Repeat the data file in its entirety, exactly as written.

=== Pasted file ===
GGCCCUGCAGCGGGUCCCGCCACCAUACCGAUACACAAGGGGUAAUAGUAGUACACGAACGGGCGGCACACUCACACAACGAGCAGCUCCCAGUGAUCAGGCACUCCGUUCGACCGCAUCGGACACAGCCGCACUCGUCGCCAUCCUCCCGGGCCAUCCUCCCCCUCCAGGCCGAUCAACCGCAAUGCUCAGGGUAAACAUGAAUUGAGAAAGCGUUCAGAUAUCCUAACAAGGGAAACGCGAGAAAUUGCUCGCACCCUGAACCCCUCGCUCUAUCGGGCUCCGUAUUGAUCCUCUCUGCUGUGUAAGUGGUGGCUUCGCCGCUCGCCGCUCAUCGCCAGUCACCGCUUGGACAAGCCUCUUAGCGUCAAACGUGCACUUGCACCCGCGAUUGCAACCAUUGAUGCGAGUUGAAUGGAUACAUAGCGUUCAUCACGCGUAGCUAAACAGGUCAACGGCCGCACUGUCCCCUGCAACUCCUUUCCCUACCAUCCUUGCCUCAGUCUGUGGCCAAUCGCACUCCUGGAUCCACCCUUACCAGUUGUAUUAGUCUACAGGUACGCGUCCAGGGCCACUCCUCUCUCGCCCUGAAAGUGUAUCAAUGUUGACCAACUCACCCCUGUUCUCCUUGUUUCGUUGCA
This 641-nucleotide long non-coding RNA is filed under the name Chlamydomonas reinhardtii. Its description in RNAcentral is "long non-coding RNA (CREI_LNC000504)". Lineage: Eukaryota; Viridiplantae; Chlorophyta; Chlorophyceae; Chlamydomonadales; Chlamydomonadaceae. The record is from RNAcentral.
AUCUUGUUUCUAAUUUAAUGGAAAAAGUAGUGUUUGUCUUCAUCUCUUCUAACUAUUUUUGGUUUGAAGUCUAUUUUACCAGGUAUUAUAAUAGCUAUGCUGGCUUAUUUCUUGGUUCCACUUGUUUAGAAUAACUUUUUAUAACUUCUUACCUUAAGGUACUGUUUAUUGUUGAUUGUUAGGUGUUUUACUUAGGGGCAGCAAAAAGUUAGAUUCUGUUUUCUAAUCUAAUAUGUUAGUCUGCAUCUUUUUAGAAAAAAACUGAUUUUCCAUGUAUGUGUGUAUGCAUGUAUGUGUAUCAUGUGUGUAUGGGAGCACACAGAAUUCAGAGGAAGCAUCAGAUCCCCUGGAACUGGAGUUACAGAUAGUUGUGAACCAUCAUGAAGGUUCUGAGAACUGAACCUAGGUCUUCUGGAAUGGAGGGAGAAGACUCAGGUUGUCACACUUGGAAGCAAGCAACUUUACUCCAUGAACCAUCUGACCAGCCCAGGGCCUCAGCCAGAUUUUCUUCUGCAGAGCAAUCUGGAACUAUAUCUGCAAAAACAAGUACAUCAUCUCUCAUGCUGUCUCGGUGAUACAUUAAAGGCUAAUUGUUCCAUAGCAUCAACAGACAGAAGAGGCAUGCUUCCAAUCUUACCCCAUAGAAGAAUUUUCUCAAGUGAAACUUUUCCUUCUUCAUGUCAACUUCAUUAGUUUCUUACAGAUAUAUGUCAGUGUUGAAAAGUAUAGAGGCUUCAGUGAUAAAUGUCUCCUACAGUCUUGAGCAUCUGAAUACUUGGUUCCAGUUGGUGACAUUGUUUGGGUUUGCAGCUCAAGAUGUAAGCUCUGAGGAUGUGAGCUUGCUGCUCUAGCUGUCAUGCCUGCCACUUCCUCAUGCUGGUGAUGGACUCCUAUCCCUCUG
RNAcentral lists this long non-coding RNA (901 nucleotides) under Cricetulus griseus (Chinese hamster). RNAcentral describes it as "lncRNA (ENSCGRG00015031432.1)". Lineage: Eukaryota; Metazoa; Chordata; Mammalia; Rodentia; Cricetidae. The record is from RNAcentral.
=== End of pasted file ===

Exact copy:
GGCCCUGCAGCGGGUCCCGCCACCAUACCGAUACACAAGGGGUAAUAGUAGUACACGAACGGGCGGCACACUCACACAACGAGCAGCUCCCAGUGAUCAGGCACUCCGUUCGACCGCAUCGGACACAGCCGCACUCGUCGCCAUCCUCCCGGGCCAUCCUCCCCCUCCAGGCCGAUCAACCGCAAUGCUCAGGGUAAACAUGAAUUGAGAAAGCGUUCAGAUAUCCUAACAAGGGAAACGCGAGAAAUUGCUCGCACCCUGAACCCCUCGCUCUAUCGGGCUCCGUAUUGAUCCUCUCUGCUGUGUAAGUGGUGGCUUCGCCGCUCGCCGCUCAUCGCCAGUCACCGCUUGGACAAGCCUCUUAGCGUCAAACGUGCACUUGCACCCGCGAUUGCAACCAUUGAUGCGAGUUGAAUGGAUACAUAGCGUUCAUCACGCGUAGCUAAACAGGUCAACGGCCGCACUGUCCCCUGCAACUCCUUUCCCUACCAUCCUUGCCUCAGUCUGUGGCCAAUCGCACUCCUGGAUCCACCCUUACCAGUUGUAUUAGUCUACAGGUACGCGUCCAGGGCCACUCCUCUCUCGCCCUGAAAGUGUAUCAAUGUUGACCAACUCACCCCUGUUCUCCUUGUUUCGUUGCA
This 641-nucleotide long non-coding RNA is filed under the name Chlamydomonas reinhardtii. Its description in RNAcentral is "long non-coding RNA (CREI_LNC000504)". Lineage: Eukaryota; Viridiplantae; Chlorophyta; Chlorophyceae; Chlamydomonadales; Chlamydomonadaceae. The record is from RNAcentral.
AUCUUGUUUCUAAUUUAAUGGAAAAAGUAGUGUUUGUCUUCAUCUCUUCUAACUAUUUUUGGUUUGAAGUCUAUUUUACCAGGUAUUAUAAUAGCUAUGCUGGCUUAUUUCUUGGUUCCACUUGUUUAGAAUAACUUUUUAUAACUUCUUACCUUAAGGUACUGUUUAUUGUUGAUUGUUAGGUGUUUUACUUAGGGGCAGCAAAAAGUUAGAUUCUGUUUUCUAAUCUAAUAUGUUAGUCUGCAUCUUUUUAGAAAAAAACUGAUUUUCCAUGUAUGUGUGUAUGCAUGUAUGUGUAUCAUGUGUGUAUGGGAGCACACAGAAUUCAGAGGAAGCAUCAGAUCCCCUGGAACUGGAGUUACAGAUAGUUGUGAACCAUCAUGAAGGUUCUGAGAACUGAACCUAGGUCUUCUGGAAUGGAGGGAGAAGACUCAGGUUGUCACACUUGGAAGCAAGCAACUUUACUCCAUGAACCAUCUGACCAGCCCAGGGCCUCAGCCAGAUUUUCUUCUGCAGAGCAAUCUGGAACUAUAUCUGCAAAAACAAGUACAUCAUCUCUCAUGCUGUCUCGGUGAUACAUUAAAGGCUAAUUGUUCCAUAGCAUCAACAGACAGAAGAGGCAUGCUUCCAAUCUUACCCCAUAGAAGAAUUUUCUCAAGUGAAACUUUUCCUUCUUCAUGUCAACUUCAUUAGUUUCUUACAGAUAUAUGUCAGUGUUGAAAAGUAUAGAGGCUUCAGUGAUAAAUGUCUCCUACAGUCUUGAGCAUCUGAAUACUUGGUUCCAGUUGGUGACAUUGUUUGGGUUUGCAGCUCAAGAUGUAAGCUCUGAGGAUGUGAGCUUGCUGCUCUAGCUGUCAUGCCUGCCACUUCCUCAUGCUGGUGAUGGACUCCUAUCCCUCUG
RNAcentral lists this long non-coding RNA (901 nucleotides) under Cricetulus griseus (Chinese hamster). RNAcentral describes it as "lncRNA (ENSCGRG00015031432.1)". Lineage: Eukaryota; Metazoa; Chordata; Mammalia; Rodentia; Cricetidae. The record is from RNAcentral.